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JGC and Abengoa Solar To Jointly Own Two 50 Megawatt Concentrating Solar Power Plants In Spain

published: 2010-09-07 14:58

JGC and Abengoa Solar have formed a partnership to own two 50 megawatt Concentrating Solar Power (CSP) plants in El Carpio (Córdoba), Spain. Abengoa Solar, who will also operate both facilities, will retain control of the project with a 74% stake. The power plants will be the first commercial CSP plants invested in by any Japanese company.

The two 50 megawatt CSP plants represent a total investment of more than 500 million euros, of which a total of around 350 million euros has been raised through a project finance loan. In August 2010, Abengoa Solar and JGC concluded the finance agreements with four international commercial banks: SMBC, HSBC, Mizuho and BNP Paribas.

The two 50 megawatt CSP plants, which are already under construction by the Abengoa companies Abener and Teyma, are expected to start their commercial operation in early 2012 and will sell power to the grid based on the Spanish feed-in tariff system. The plants will benefit greatly from abundant solar radiation in El Carpio (Cordoba), as an ideal site in Europe. Utilizing parabolic trough technology1, they will produce enough energy to meet the electricity needs of 52,000 households and achieve emissions reductions totaling approximately 63,000 tons of CO2 per year.

Santiago Seage, Abengoa Solar’s CEO, said “This partnership, with the participation of a leading Japanese engineering company and Japanese and other international banks, demonstrates the interest of the international investment community in CSP projects in Spain”.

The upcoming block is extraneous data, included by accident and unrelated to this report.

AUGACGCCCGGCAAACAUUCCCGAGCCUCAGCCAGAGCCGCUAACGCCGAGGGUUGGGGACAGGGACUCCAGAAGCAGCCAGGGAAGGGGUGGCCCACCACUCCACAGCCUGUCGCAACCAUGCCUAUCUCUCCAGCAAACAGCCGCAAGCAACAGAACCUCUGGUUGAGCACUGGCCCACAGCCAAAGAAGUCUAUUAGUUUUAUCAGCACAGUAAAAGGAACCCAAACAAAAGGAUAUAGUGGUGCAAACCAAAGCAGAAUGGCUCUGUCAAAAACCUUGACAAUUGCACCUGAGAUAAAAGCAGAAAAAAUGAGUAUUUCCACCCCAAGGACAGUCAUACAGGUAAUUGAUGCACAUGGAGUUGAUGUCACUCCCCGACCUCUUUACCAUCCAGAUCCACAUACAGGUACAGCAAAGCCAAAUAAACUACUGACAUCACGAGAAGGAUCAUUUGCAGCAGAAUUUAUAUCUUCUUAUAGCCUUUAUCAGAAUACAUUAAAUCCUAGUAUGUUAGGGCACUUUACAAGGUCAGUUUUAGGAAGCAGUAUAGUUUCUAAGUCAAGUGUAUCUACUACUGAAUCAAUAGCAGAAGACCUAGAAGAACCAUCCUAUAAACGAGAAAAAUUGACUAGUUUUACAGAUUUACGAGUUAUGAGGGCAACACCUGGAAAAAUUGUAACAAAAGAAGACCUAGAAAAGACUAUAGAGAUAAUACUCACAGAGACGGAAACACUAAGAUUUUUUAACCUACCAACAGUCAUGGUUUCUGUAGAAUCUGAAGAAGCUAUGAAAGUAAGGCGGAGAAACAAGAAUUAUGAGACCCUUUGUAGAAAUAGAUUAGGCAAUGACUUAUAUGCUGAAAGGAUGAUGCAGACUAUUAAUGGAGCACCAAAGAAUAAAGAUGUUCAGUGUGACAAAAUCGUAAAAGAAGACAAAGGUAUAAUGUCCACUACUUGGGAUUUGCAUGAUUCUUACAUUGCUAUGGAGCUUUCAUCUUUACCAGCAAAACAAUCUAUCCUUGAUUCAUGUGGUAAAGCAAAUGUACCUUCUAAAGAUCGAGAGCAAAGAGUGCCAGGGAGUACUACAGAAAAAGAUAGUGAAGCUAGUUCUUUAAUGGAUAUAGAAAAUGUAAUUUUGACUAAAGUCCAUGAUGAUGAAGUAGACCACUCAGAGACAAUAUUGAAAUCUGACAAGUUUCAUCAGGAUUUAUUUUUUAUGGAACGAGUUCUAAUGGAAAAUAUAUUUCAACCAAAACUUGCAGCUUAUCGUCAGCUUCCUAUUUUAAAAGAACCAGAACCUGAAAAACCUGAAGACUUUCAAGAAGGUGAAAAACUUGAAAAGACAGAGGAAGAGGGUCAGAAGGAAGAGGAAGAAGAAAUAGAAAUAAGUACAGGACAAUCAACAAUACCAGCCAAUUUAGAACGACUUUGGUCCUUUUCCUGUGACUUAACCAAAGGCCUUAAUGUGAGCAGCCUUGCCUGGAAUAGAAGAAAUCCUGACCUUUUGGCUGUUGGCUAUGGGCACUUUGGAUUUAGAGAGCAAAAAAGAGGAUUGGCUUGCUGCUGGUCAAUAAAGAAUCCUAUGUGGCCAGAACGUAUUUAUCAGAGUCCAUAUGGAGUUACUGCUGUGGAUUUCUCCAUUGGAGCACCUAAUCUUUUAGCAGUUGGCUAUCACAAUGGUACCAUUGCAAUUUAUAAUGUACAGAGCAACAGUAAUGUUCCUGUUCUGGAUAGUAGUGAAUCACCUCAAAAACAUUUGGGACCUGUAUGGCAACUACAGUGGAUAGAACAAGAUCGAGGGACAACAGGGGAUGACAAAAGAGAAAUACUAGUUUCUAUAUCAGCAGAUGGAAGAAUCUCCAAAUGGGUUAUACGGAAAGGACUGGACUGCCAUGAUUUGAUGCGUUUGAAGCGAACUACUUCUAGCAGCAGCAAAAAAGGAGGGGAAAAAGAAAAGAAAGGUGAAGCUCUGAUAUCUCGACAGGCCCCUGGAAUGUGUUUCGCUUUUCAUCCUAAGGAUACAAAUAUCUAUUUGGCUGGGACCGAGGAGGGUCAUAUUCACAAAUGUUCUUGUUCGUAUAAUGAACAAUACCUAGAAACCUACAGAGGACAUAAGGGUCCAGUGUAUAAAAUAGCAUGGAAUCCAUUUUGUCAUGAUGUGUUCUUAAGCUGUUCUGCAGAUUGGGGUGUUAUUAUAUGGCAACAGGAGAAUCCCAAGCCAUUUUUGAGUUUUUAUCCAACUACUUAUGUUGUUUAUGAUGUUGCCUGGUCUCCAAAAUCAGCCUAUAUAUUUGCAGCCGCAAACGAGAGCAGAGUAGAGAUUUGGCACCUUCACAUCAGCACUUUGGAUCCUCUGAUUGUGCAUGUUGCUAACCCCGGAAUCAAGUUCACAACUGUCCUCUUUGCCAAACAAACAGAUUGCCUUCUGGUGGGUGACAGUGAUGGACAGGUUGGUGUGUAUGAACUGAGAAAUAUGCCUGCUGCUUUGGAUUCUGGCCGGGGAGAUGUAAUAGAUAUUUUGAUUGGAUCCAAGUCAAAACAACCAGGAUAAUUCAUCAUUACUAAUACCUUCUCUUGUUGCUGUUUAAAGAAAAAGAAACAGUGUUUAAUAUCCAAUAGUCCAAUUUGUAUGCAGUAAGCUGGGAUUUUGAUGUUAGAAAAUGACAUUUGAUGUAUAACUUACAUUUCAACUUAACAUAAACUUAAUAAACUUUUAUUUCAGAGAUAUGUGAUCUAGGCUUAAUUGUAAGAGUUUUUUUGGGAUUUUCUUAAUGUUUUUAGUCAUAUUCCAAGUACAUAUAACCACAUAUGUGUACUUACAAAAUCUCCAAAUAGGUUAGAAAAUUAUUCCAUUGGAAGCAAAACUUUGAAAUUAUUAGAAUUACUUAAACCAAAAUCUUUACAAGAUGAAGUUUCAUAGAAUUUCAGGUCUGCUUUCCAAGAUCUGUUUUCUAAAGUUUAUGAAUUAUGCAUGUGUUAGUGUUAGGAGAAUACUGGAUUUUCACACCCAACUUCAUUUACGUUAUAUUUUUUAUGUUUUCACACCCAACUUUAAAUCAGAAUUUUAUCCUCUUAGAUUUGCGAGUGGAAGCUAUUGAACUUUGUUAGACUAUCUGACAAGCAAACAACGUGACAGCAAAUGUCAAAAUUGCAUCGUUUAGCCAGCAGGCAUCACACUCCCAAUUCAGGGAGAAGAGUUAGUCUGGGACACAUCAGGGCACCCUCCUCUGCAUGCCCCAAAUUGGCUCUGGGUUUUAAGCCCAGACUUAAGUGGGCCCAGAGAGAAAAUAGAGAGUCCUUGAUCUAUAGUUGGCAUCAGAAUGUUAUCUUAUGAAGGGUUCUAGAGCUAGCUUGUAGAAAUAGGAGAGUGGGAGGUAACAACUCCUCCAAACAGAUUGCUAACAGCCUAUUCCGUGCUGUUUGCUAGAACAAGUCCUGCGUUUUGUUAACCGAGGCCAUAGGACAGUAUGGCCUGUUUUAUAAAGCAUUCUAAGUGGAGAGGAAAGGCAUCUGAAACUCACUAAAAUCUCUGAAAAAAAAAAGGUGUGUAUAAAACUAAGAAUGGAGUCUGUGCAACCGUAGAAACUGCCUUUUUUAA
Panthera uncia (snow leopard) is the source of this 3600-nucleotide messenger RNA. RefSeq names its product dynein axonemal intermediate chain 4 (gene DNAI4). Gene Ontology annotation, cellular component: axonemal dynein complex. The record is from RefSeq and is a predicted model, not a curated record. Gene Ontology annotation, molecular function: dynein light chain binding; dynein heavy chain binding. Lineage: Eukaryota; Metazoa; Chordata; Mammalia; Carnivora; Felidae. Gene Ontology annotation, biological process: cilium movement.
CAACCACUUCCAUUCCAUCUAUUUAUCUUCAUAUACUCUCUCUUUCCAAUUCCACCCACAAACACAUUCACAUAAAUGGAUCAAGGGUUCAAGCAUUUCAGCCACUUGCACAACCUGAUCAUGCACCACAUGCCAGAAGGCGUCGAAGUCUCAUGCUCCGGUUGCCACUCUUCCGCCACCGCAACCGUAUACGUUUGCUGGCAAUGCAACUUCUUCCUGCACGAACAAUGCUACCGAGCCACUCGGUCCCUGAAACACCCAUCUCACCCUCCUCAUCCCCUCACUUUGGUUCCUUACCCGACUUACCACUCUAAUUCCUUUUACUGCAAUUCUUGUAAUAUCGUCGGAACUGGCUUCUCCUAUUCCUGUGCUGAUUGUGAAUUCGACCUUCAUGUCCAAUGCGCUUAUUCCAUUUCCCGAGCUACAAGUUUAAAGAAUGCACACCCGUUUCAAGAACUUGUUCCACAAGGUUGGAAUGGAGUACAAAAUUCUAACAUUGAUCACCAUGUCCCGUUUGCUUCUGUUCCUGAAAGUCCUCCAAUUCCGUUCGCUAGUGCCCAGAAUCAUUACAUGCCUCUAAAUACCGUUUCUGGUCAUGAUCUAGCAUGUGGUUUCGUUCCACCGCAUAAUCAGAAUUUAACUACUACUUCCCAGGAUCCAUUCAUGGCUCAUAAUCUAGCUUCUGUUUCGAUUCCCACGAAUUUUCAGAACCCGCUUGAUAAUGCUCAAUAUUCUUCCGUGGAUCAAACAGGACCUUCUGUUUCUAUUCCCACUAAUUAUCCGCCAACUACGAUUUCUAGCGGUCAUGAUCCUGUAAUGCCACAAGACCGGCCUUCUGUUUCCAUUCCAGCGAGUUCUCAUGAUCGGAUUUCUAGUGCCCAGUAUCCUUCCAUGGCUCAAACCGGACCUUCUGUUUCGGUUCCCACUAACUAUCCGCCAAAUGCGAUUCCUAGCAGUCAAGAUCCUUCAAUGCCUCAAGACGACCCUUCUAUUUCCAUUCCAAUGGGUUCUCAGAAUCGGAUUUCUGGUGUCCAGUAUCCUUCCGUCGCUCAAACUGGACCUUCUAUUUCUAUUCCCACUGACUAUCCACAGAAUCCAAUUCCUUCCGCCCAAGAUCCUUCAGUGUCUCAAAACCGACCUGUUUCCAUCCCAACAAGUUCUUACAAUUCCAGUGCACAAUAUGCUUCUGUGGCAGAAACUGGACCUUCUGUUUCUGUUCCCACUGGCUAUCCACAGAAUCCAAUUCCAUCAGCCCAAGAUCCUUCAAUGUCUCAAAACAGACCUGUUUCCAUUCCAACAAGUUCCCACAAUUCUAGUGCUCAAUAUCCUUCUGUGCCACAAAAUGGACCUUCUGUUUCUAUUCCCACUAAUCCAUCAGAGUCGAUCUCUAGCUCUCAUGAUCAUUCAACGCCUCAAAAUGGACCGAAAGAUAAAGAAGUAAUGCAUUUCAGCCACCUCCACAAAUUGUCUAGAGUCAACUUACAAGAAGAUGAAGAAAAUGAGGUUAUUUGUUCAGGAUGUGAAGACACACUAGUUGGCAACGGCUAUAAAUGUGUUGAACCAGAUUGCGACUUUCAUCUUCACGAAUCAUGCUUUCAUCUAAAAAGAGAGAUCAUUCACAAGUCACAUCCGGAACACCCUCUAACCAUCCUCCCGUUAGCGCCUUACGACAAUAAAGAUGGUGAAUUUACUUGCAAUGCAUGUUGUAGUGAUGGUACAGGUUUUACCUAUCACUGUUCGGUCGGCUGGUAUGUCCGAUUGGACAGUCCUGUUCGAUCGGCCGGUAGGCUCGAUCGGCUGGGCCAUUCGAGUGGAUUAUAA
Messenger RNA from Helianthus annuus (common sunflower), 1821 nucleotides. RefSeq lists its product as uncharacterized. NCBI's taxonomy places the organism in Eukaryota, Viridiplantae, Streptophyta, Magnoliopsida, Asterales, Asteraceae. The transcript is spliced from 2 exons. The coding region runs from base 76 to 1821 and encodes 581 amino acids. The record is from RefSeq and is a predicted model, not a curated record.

In turn, Koichi Kawana, JGC’s Executive Vice President, mentioned that “It is our great pleasure to collaborate with Abengoa Solar as a reliable partner with an impressive proven track record in the CSP industry. We believe that CSP will be a key technology for mitigating global warming and we are proud to take part in this environmentally-friendly power generation project. JGC plans to use our extensive project management experience to deepen our expertise and globally expand our presence in the field of solar energy ”.

1. Parabolic trough technology operation is based on solar tracking and concentration of sunrays onto high-thermal-efficiency receiving pipes positioned along the cylinder focal line. Inside these pipes a heat-transmitting fluid is heated to approximately 400ºC (750ºF) by means of the concentrated sunrays. This fluid is pumped through a series of heat exchangers to produce superheated steam. The heat present in this steam is turned into electrical energy inside a conventional steam turbine.

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